The self-Googling phenomenon: Investigating the performance of personalized information resources

Thomas Nicolai, Lars Kirchhof, Axel Bruns, Jason Wilson, Barry Saunders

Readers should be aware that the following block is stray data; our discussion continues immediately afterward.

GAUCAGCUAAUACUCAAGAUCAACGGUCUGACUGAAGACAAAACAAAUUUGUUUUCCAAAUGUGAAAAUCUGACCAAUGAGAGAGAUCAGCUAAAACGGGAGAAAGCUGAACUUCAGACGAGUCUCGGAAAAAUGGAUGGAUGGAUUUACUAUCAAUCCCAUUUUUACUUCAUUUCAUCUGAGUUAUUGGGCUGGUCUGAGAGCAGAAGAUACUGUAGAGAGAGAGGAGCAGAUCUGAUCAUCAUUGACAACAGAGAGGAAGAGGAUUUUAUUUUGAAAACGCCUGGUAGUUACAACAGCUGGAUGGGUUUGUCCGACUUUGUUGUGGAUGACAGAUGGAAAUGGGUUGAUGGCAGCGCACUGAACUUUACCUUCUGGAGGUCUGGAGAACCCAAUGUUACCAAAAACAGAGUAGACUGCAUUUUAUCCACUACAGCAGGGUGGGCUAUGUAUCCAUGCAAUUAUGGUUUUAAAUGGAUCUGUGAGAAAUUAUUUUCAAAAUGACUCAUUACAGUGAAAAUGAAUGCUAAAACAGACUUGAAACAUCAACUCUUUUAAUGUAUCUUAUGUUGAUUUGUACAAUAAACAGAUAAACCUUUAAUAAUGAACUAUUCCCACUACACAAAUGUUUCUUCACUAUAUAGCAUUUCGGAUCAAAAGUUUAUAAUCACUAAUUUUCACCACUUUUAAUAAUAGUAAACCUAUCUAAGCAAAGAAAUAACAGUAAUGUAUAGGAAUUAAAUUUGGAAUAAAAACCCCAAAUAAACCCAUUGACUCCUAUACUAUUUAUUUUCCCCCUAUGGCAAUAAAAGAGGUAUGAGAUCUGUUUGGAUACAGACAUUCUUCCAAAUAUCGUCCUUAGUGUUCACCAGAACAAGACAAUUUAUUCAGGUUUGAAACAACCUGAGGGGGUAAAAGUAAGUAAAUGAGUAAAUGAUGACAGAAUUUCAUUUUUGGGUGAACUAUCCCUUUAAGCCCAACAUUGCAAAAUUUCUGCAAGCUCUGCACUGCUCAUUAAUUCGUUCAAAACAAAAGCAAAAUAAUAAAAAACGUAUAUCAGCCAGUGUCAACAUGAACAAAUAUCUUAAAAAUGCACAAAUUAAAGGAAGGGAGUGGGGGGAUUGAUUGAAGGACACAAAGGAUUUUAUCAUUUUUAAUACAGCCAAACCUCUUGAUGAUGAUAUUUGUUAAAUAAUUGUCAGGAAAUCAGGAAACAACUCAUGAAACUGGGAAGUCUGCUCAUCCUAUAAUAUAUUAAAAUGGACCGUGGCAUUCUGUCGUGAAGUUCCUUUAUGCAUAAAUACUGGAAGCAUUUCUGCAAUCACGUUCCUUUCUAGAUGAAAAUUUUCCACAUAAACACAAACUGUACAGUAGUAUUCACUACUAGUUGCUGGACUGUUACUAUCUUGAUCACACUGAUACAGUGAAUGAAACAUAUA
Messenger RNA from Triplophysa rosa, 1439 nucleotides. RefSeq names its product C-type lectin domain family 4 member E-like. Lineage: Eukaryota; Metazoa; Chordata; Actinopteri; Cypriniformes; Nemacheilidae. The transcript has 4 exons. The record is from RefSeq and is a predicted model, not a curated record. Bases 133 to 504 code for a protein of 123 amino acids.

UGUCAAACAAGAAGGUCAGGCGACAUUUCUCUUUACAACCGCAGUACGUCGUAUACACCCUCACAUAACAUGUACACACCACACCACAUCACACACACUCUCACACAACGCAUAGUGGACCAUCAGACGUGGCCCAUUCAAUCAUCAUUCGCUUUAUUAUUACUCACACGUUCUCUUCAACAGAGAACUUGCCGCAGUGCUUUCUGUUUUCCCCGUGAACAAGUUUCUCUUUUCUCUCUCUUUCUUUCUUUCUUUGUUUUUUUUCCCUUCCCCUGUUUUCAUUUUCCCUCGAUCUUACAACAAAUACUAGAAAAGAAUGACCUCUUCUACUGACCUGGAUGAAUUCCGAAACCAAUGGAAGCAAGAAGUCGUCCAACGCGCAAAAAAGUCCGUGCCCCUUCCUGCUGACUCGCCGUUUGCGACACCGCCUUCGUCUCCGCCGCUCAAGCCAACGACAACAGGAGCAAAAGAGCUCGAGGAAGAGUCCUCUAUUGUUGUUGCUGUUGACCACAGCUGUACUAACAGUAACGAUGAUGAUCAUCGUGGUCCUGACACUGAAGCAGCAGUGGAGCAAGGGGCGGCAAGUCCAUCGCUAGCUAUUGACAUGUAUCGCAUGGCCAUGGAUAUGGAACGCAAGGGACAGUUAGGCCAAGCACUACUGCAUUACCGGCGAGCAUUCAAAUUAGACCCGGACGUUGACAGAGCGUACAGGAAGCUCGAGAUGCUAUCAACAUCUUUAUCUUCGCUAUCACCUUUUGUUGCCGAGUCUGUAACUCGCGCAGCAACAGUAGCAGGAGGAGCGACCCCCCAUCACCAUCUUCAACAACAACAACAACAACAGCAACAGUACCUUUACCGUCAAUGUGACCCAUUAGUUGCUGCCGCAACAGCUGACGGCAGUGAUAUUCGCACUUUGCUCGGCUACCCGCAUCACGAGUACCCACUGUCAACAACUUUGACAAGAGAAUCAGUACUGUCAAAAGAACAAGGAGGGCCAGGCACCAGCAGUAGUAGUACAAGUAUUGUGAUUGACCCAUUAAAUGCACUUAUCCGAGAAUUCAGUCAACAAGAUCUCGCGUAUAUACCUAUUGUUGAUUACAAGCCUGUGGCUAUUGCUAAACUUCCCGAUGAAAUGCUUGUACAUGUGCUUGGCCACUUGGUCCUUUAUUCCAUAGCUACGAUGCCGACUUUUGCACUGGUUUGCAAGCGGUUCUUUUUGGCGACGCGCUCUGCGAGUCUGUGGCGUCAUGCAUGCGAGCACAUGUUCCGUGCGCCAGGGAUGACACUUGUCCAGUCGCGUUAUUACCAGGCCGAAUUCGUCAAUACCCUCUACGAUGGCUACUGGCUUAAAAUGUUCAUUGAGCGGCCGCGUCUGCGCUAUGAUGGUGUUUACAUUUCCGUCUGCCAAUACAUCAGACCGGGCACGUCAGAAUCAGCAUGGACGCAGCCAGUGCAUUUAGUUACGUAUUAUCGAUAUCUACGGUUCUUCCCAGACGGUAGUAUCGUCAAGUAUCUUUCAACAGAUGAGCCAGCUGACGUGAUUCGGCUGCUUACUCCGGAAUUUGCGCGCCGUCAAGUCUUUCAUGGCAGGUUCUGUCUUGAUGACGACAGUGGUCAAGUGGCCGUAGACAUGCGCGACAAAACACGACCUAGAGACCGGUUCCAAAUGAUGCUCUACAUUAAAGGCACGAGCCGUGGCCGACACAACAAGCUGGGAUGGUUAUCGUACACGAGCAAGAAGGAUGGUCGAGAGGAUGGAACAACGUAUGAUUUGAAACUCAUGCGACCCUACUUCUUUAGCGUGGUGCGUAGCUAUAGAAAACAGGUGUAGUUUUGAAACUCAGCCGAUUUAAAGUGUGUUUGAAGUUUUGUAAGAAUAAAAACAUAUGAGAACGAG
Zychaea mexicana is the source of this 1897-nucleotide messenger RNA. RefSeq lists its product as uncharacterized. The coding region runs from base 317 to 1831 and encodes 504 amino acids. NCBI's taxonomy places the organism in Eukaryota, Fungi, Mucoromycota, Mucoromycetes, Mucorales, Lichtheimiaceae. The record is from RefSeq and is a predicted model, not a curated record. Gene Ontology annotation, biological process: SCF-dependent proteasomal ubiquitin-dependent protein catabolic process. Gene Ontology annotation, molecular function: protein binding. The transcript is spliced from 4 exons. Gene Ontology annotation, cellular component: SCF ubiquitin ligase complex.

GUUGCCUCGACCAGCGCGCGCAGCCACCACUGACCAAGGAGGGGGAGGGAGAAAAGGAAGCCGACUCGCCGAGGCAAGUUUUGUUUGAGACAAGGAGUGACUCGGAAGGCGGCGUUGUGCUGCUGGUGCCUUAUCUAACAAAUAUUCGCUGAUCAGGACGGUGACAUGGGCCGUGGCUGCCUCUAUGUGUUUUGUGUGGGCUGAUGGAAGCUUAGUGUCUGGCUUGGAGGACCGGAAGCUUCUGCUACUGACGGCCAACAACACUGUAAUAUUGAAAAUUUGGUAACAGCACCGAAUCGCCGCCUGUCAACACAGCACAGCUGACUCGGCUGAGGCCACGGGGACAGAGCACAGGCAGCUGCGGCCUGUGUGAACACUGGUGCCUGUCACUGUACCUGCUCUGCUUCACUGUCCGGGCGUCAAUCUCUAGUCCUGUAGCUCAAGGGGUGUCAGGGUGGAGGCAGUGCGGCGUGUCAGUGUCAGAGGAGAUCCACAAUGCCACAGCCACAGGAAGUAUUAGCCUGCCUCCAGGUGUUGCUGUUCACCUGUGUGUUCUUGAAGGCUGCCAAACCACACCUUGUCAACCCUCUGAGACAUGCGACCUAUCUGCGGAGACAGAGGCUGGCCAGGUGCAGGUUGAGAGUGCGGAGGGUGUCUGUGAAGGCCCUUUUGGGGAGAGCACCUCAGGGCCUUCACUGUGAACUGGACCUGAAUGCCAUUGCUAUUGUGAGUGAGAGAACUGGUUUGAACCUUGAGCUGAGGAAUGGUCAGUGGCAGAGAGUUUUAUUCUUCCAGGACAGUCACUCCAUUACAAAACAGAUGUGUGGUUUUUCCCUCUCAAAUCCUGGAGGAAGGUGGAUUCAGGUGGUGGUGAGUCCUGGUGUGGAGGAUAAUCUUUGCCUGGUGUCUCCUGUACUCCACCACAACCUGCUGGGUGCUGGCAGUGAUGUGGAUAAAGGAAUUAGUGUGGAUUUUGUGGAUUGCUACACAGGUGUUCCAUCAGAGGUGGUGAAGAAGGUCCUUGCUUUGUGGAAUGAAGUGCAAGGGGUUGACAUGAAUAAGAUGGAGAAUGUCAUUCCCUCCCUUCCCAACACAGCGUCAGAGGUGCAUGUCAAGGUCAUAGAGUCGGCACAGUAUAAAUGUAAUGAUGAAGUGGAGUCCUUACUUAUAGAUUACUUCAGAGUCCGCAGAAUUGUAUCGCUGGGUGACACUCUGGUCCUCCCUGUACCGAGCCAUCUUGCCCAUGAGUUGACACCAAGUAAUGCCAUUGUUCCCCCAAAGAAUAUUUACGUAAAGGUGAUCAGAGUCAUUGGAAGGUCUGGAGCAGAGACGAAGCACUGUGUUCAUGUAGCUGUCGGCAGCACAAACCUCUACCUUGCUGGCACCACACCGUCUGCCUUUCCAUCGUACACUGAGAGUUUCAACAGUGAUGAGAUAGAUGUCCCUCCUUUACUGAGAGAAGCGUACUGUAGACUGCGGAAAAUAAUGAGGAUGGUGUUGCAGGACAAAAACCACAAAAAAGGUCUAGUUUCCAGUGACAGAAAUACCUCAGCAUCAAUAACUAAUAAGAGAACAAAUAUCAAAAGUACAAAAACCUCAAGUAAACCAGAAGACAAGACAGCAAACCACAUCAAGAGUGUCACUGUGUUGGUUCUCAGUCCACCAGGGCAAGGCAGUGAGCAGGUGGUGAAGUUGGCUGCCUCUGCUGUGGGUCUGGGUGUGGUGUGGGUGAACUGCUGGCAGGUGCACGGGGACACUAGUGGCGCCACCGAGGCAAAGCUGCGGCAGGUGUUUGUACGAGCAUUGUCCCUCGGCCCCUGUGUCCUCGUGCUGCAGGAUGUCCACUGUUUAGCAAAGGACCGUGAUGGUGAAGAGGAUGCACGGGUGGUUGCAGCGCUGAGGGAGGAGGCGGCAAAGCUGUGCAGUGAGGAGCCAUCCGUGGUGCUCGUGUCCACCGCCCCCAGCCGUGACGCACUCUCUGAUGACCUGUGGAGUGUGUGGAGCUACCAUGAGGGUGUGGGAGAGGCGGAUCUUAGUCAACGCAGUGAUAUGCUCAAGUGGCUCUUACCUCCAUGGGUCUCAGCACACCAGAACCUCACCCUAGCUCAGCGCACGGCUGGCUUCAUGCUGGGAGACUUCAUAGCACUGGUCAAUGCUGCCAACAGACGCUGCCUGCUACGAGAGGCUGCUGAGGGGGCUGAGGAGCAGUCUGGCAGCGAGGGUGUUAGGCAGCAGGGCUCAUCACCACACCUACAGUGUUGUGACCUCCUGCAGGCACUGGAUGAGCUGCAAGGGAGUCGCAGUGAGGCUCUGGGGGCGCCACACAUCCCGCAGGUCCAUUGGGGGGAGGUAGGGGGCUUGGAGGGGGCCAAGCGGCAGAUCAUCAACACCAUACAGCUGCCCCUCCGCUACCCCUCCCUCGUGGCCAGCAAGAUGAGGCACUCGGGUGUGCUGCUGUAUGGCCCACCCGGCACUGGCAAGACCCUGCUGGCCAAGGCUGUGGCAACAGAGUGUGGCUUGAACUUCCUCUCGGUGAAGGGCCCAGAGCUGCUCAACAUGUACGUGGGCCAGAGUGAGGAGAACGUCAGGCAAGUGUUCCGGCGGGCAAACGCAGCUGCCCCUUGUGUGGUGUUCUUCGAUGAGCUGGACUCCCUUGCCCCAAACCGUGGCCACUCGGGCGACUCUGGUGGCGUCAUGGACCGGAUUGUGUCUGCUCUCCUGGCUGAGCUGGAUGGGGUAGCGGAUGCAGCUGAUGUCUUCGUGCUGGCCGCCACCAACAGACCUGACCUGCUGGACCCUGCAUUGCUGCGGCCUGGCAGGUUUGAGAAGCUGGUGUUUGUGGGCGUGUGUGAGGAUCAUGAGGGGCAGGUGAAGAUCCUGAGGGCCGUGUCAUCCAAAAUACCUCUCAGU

This paper investigates self-Googling through the monitoring of search engine activities of users and adds to the few quantitative studies on this topic already in existence. We explore this phenomenon by answering the following questions: To what extent is the self-Googling visible in the usage of search engines; is any significant difference measurable between queries related to self-Googling and generic search queries; to what extent do self-Googling search requests match the selected personalised Web pages? To address these questions we explore the theory of narcissism in order to help define self-Googling and present the results from a 14-month online experiment using Google search engine usage data.

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